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Where Jesus Enters My World
Green bell peppers. Fire roasted tomatoes burnt red. Ground beef all mesquite sputters against wooden spatula. Spaghetti splatter spots apron bib. And I’m crying onion.
Sleeve swipes at tears and eye make-up smears. I lean toward the candle burning on cutting board. Chop. I hold a chunk of bread between my teeth and try not to drool. Chop. I squint glare at the vegetable and I’ve tried every wives tale trick to keep from crying onion but they don’t work.
It’s all flavor color blurry in skillet. Onion tears run all green into red and mesquite at spatula and stinging eyes. I grope for jar of spaghetti sauce.
My kitchen smells like mesquite and my cutting board like onion strong. Oh and how!
Empty plates, full compliments and dishes stack at sink. And that ox of an onion! Powerful. I scrub board hard and sudsy. Give up, and stable it in the dishwasher. Close door. Press “start.” And I wish it was that easy. Just close the door on everything smelly and offensive and on whatever makes me cry because it’s too strong for me.
The warmth of the dishwasher behind me soothes rough thoughts that this onion seems to have pulled out. Well, that’s another wives tale. Or perhaps true remedy. Put onion on an infection and it will pull the infection out. I tried that too, a few times, when the boys were young and had ear infections. Stuck an onion in their ear.
And, my thoughts wander from here down a road to Bethlehem. To a stable, no doubt smelly, where infant Savior cried because He was new born, yes; but did He cry also because of what infects the world? Because He is the Savor for us sinners and His blood, offensive to many, would draw out of Him and pull the infection out of us? I lean here against dishwasher and pray, “Wash me, Jesus, in Your blood ‘til the infection is gone. Wash my sin away.”
This is the road my thoughts travel, as steam escapes dishwasher door and warms my back. It’s the prayer I pray as my soul warms and while I wait. Because I have daughter with driving permit and destination. And I need energy at day’s end to be driving instructor and to direct her down the right roads to get there. Jack in the Box down Main Street. They have the best Christmas season milkshakes.
Driving permit and peppermint milkshakes with chocolate shavings that are worth waiting a year for. We’ve waited since last December. Daughter stands expectant with permit in hand and by now I ought to be a seasoned instructor. This is my fourth time. My fourth driver. I have a hundred and twenty hours under my belt. In the passenger seat.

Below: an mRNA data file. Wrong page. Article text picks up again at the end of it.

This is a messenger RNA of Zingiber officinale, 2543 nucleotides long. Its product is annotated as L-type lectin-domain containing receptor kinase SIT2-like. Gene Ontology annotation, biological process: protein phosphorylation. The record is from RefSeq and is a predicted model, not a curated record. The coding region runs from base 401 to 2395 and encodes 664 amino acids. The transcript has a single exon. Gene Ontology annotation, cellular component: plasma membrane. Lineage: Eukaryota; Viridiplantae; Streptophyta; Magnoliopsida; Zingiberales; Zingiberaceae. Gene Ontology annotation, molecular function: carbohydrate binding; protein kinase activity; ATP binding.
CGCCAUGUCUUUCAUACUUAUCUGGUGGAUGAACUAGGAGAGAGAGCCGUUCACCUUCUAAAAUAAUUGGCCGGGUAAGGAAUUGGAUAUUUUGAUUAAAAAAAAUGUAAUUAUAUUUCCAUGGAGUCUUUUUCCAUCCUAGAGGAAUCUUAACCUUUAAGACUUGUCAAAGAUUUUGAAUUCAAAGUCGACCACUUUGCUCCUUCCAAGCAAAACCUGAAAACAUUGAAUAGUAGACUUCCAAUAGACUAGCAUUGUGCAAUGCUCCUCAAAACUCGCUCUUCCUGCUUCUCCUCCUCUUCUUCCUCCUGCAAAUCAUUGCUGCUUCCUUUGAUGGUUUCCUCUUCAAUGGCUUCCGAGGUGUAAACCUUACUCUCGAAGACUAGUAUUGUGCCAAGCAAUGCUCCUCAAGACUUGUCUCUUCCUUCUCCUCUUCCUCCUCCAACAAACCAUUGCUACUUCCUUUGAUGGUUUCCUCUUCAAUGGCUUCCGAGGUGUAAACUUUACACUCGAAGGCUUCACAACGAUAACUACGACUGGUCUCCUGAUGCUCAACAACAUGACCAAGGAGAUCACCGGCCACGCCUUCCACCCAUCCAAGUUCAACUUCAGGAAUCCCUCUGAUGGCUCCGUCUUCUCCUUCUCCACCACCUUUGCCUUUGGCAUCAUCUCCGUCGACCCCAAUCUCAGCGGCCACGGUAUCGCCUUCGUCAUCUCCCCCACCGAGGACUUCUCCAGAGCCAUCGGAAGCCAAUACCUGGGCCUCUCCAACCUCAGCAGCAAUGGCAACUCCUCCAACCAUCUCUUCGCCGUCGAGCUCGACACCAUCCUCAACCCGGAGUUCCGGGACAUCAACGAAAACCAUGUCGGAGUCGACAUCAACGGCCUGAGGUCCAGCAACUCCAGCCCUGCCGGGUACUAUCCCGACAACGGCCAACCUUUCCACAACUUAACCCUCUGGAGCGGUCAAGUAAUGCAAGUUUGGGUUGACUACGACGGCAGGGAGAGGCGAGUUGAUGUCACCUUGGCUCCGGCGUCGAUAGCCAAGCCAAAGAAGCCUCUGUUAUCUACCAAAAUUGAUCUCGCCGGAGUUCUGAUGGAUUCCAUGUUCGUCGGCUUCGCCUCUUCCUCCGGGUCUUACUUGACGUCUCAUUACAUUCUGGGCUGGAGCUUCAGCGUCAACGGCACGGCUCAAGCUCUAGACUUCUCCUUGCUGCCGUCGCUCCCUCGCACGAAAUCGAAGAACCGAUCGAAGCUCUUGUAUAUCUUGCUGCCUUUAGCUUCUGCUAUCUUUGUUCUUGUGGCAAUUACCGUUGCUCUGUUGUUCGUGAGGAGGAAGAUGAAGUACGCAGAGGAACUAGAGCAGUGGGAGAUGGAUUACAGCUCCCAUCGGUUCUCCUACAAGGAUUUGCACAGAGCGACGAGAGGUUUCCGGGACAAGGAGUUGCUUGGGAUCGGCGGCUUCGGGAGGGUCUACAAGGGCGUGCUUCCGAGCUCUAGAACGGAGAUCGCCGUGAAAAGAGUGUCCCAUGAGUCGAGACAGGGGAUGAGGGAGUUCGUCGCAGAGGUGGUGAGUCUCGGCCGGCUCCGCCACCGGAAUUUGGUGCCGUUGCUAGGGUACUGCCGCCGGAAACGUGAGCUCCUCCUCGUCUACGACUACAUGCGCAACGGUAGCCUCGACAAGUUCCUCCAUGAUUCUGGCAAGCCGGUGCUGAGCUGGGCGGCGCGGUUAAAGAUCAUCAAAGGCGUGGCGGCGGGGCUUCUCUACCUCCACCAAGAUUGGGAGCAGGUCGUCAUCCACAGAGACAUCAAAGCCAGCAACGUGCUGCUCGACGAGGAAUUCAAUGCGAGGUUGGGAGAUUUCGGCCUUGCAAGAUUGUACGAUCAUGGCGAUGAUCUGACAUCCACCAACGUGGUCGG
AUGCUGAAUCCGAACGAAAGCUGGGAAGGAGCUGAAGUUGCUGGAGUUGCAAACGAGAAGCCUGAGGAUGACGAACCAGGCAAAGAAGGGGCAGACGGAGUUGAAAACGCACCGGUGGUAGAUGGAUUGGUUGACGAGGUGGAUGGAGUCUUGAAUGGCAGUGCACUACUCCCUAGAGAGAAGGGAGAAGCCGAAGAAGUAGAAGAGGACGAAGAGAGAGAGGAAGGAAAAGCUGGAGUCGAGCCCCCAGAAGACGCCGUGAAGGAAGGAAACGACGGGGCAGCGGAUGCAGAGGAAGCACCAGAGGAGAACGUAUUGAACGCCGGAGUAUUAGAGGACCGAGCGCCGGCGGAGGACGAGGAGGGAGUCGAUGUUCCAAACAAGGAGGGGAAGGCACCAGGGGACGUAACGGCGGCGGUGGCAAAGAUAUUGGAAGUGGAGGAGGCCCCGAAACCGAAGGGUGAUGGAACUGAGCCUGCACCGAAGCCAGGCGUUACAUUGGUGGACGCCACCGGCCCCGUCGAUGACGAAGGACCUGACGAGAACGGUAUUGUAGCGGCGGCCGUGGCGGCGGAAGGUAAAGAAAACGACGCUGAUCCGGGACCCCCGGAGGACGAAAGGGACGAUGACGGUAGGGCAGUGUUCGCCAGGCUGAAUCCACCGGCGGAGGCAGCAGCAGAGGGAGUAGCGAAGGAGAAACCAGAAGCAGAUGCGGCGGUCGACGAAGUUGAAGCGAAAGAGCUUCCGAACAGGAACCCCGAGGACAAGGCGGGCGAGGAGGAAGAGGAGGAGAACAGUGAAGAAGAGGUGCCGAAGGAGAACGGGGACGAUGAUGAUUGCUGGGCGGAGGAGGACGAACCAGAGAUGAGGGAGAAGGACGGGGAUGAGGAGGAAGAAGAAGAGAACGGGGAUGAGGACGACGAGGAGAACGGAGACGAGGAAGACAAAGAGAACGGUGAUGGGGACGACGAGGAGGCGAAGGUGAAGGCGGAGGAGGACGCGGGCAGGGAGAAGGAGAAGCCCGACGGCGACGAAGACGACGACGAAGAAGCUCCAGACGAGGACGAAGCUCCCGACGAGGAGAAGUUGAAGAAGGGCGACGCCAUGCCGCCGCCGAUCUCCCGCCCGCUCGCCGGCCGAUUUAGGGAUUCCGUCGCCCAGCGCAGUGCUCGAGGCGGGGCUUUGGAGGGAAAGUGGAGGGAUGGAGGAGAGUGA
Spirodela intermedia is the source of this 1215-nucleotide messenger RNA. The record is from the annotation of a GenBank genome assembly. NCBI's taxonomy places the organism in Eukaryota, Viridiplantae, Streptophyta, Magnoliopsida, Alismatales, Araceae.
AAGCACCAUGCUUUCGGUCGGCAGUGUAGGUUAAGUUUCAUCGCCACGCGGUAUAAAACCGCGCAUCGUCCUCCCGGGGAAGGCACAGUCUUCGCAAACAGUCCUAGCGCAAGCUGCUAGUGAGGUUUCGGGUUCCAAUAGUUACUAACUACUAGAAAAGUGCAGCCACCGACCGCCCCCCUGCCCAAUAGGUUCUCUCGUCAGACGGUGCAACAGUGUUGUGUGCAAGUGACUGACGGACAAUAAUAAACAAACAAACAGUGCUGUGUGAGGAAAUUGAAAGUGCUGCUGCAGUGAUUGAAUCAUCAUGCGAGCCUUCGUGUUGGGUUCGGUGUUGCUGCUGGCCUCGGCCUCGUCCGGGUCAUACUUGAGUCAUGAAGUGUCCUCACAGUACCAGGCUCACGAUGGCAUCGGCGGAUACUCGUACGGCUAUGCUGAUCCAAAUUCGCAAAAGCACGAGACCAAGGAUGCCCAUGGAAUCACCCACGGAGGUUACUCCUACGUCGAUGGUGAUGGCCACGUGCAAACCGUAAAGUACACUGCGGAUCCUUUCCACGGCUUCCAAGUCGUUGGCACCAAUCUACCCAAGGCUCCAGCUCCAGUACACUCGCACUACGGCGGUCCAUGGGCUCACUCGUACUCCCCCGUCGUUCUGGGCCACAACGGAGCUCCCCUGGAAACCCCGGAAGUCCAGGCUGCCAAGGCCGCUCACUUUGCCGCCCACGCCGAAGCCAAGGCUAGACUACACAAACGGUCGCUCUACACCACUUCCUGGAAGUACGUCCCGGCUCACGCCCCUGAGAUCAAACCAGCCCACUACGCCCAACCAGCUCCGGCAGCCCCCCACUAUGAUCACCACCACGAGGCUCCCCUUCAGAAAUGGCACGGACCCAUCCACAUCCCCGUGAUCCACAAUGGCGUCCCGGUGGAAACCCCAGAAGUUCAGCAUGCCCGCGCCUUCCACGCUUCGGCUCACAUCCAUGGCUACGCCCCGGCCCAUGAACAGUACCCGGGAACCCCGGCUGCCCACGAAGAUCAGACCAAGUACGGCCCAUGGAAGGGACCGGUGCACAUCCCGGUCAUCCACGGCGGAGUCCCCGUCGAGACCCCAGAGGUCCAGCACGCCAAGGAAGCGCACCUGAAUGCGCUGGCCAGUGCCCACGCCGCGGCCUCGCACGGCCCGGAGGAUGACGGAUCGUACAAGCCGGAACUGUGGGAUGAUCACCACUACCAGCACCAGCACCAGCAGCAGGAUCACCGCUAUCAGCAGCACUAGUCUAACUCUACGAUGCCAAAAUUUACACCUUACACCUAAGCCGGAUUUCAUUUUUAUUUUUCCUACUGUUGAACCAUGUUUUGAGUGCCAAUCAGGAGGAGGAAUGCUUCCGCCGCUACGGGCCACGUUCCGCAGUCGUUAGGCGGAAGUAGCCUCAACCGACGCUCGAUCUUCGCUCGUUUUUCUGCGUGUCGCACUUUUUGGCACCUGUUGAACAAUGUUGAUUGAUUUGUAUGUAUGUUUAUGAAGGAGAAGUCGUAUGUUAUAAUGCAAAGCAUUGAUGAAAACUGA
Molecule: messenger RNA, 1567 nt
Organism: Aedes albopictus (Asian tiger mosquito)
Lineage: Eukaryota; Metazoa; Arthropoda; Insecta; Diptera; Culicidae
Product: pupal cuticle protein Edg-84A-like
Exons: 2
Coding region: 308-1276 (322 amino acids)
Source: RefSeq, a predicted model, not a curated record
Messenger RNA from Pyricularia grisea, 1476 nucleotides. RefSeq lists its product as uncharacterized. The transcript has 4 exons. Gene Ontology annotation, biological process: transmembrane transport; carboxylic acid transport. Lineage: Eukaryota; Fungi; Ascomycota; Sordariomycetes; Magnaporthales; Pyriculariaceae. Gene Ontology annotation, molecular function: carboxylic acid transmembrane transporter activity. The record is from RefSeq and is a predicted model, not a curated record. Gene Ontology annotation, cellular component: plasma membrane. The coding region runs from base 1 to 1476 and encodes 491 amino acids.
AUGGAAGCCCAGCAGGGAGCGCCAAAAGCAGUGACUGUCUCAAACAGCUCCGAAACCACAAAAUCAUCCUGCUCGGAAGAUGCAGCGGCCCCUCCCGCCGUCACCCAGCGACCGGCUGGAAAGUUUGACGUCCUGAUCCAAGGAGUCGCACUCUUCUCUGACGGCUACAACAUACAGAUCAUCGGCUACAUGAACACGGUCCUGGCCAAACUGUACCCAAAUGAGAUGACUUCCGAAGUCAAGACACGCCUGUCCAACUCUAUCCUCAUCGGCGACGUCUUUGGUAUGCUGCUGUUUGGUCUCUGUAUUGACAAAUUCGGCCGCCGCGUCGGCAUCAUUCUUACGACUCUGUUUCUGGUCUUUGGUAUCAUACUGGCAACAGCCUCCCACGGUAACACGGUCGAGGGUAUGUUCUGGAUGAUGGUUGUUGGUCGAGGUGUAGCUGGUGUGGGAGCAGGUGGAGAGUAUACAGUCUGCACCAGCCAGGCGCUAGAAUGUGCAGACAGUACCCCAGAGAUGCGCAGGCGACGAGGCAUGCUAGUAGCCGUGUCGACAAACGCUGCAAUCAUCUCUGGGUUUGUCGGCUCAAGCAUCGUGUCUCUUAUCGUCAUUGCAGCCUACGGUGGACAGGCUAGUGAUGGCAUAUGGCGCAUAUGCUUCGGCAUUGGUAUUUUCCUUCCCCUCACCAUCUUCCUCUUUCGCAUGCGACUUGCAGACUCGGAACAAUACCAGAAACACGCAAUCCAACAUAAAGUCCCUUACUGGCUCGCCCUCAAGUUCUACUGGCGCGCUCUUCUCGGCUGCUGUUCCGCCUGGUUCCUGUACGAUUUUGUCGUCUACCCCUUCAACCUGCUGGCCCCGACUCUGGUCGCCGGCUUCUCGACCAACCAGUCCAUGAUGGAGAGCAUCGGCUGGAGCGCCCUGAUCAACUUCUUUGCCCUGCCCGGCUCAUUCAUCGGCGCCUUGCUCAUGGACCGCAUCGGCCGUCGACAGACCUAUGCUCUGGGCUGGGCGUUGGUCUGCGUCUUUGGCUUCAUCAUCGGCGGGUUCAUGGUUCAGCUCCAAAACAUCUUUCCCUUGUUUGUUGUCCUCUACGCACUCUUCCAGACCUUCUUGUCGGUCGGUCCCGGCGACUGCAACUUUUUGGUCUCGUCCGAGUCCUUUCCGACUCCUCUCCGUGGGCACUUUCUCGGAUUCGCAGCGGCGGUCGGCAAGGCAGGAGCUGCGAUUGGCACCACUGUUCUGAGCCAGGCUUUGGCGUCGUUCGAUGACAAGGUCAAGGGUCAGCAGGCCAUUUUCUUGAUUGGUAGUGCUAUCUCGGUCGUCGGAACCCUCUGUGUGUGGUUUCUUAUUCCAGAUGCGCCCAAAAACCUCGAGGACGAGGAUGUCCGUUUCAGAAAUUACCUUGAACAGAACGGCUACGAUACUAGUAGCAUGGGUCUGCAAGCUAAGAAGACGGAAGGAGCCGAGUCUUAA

I hand her the keys. Ask her if she sees well at night because I don’t. Blind as an onion. I put driving glasses on and wish I had lens for jumpy nerve blur. I stable it behind seatbelt click.
“Curb.” I keep voice low and professional.
“Gooood,” I purr steady.
“Now, when you are able, change lanes.” She’s more able than I am.
We pull up to drive-through. We are a long arms reach from the window. Server and daughter half-body lean across window to window distance and exchange peppermint milkshakes and payment.
The lid comes off mine and peppermint shake overflows sticky down Styrofoam cup and fingers. Sticky drips onto console and soaks drive-time record sheet. It’s all sticky mess that can’t be helped because we’re leaving the lot and entering lane.
“Now, change over three lanes. All the way over to the left turn lane. See it? Now.” I fumble for paper towel in door pocket. Eyes on road.
“Now. Now! Now!! Curb!!” and I wish I could stick my nerves in that cup holder. Peppermint stable. Stick.
“Let’s just breath. Now! I mean, now-w; bre-e-athe,” I sound like my yoga instructor.
We leave the tension in the turn lane. And I can’t help it. Laughter starts in belly. Rises to shoulder. Valiant effort to keep it stabled behind twitching lips. But it is ox, too. Laughter. And it kicks harder that I can hold.
Permit girl keeps one eye on road and other quizzical on me.
“It’s a good thing,” Laughter kicks out, “I’m not an instructor,” Laughter breaks stable. “at your driving schooool!” Ox is out and tears stream laughter.
Permit girl laughs polite.
“I don’t know who’d be more frazzled.” I’m doubled over seat belt and sticky. “Me or the students!” Sticky fingers wipe laughter tears peppermint.
And permit girl laughs real.
“They’d request me, though,” Our laughter in unbelted. “Just for the entertainment!”
Unseated laughter gets us home.
Permit girl clicks headlights off. Pulls peppermint shake cautious from cup holder. Opens door.
“Umm. You may want to turn the car off,” I say all instructor voice.
“Oh, Yeah.” She gets out.
Alone in passenger seat I yank Lysol sheets from canister. I keep one in my car because, well, I clean the sticky away and the cup holders and consol haven’t been this clean in months.
“Where no oxen are, the trough is clean.” I think to myself. It’s a Proverb. Chapter fourteen and verse four. It’s true. And the oxen in my stable today smelled like onion, healing, forgiveness, peppermint, anxiety, and laughter.
My stable is not empty. And it’s not clean. Not without disorder and surprise. But today laughter cleaned anxiety. Lysol wipes cleaned peppermint stick. Dishwasher cleaned onion board. And Jesus cleanses sin ‘til the infection is gone and there are no more tears. And at two-o’clock in the morning big German arms cleaned panic attack away and stabled me ‘til I slept.
Today was mess. It was laughter run all onion and it was spaghetti spatter on apron bib and eye make-up smear and peppermint sticky. And it was the disordered beat of panic mess. It was ox and stable. And it seems to me that God is partial to oxen and stable mess. Wasn’t this where He chose for Jesus to enter this world? Isn’t this still where Jesus enters my world?